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*Contemporary Piece.* Lively set of variations. Lots of interesting rhythms and timbres. Optional percussion part.
_Score 20 pp. Parts 4 pp._
|Composer First Name||Diana|
|Instrumentation||Descant, Treble, Tenor + Bass Recorders|
OMP101 Diana Blom Nove Moderno
Diana Blom is a composer and keyboard player who teaches in the School of Contemporary Arts, University of Western Sydney. The work is presented for descant, treble, tenor and bass recorders with optional parts for drum and tambourine. Although there are written parts for each instrument and much of the instrumental writing is homophonic, the playing score will greatly assist rehearsals. The work is built on a nine bar motif which can be seen in various guises. The rhythmic intensity is kept by the juxtaposition of 3 crotchet beats against 6 quaver beats. I don't feel that the percussion additions are necessary, as the recorder writing is already colourful and rhythmically interesting. This work will pose challenges to quartets through the rapid changes of the metre, but will prove enjoyable in rehearsals and concerts.
Patrick Richmond, The Recorder Magazine Summer 2003 Vol. 23 no. 2
OMP101 Diana Blom Nove Moderno
Nove Moderno, by Australian composer Diana Blom, is at one level an etude in a type of mixed-meter playing: specifically, where a measure of six eighth notes is sometimes divided into two groups of three or sometimes three groups of two. That is, it alternates between 3/4 and 6/8. A list of pieces with similar rhythmic patterns (hemiola) would include early music classics such as Dowland's "The Earl of Essex Galliard" and also some 20th century music such as Leonard Bernstein's "America" from West Side Story.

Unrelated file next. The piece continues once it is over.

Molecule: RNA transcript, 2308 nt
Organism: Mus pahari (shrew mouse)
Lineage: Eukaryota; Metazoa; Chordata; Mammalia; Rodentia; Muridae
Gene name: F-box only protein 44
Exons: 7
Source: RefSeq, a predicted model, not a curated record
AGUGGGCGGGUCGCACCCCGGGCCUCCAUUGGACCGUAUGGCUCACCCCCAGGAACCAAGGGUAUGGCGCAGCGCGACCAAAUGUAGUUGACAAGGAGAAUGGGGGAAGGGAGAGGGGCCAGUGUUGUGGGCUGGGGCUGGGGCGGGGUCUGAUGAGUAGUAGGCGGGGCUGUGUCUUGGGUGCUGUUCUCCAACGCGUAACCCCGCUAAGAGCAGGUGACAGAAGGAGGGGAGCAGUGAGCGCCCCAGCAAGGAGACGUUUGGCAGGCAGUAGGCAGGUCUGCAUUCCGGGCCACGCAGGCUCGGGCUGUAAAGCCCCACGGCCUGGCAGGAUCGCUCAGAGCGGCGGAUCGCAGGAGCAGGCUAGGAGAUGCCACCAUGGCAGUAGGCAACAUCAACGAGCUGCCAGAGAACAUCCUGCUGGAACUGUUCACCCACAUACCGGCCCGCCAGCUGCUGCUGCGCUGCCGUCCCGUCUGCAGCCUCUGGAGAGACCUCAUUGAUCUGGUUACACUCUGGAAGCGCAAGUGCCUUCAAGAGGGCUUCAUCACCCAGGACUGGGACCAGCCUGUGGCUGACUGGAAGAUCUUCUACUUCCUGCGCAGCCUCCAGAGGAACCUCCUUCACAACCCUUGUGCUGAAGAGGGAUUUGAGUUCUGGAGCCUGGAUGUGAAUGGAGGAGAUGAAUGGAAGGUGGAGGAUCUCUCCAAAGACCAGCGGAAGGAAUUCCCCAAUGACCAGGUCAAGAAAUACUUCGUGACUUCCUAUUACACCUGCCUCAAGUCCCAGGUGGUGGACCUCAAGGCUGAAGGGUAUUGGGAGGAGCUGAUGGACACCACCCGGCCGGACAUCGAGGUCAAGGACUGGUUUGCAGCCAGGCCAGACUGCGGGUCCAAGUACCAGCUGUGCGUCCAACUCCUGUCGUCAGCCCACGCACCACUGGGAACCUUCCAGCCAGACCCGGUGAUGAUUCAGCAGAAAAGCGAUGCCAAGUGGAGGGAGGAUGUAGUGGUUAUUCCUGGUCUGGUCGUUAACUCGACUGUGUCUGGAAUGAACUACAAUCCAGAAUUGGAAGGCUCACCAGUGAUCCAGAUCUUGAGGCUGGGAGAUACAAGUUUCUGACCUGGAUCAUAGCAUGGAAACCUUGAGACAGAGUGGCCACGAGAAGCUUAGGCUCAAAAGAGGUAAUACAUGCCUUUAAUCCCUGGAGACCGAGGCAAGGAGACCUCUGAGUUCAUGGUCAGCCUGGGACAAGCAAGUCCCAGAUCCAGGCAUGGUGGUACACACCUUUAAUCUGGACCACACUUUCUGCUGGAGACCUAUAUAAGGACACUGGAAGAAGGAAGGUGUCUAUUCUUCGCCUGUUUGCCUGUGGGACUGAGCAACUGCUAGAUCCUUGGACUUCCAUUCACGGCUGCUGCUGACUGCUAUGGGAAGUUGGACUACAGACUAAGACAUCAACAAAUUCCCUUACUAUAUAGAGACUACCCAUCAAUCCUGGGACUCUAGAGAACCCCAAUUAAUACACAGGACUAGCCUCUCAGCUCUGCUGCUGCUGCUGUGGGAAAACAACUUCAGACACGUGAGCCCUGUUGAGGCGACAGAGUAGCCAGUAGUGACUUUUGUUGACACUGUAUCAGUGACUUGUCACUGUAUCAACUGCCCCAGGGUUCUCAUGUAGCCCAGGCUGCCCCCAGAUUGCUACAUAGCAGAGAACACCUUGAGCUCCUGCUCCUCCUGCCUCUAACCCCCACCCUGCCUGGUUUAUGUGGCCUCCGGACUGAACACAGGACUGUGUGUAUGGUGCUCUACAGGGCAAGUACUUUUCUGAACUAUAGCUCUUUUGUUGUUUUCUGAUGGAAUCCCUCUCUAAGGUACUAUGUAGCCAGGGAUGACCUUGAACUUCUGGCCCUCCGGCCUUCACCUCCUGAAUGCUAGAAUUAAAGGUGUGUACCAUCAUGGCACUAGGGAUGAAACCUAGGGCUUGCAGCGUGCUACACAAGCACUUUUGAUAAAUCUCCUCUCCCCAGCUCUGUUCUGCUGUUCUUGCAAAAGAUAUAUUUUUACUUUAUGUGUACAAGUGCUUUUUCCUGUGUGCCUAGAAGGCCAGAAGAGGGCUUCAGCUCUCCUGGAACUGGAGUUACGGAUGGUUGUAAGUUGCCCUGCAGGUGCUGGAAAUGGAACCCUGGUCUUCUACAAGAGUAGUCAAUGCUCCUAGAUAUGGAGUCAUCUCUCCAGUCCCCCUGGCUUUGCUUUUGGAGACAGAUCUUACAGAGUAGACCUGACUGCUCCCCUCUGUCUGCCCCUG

An ensemble wishing to prepare itself to play this type of music would greatly benefit from working together on Blom's Nove Moderno. It begins with the whole ensemble switching together from one meter to the other, with only the simplest subdivisions. Smaller and more complicated subdivisions (sixteenth notes) enter, and ultimately complicated subdivisions in both 3/4 and 6/8 are performed simultaneously by different instruments. The key to a successful performance might be a shared pulse of one beat per bar in the (inaudible) background.
The score also contains an optional, but very independent, snare drum and tambourine part - only rarely does it have the same rhythm as any of the recorders. The publisher's web site labels this as a "moderately difficult" piece, but the percussion part is perhaps hardest of all.
Putting aside mechanical rhythmic considerations, the piece is quite satisfying purely as music. In formal terms, the piece is something like a set of variations but without sharply delineated boundaries between them. Depending on how you count them, there very well could be nine of them, and thus the title.
Various sections feature different types of textures and harmonic languages. At one point, the soprano has an exotic, almost jazz-like, melody in G Major (approximately) with a variety of altered notes. Meanwhile, the three lower instruments have a simple chordal accompaniment in g minor!
At another point, the score calls for "angle-blowing across windway," an interesting effect - but if done too vigorously, intonation might suffer. This is a good choice for a group that enjoys wrestling with difficult ensemble playing issues.
Charles Gamble, American Recorder, May 2004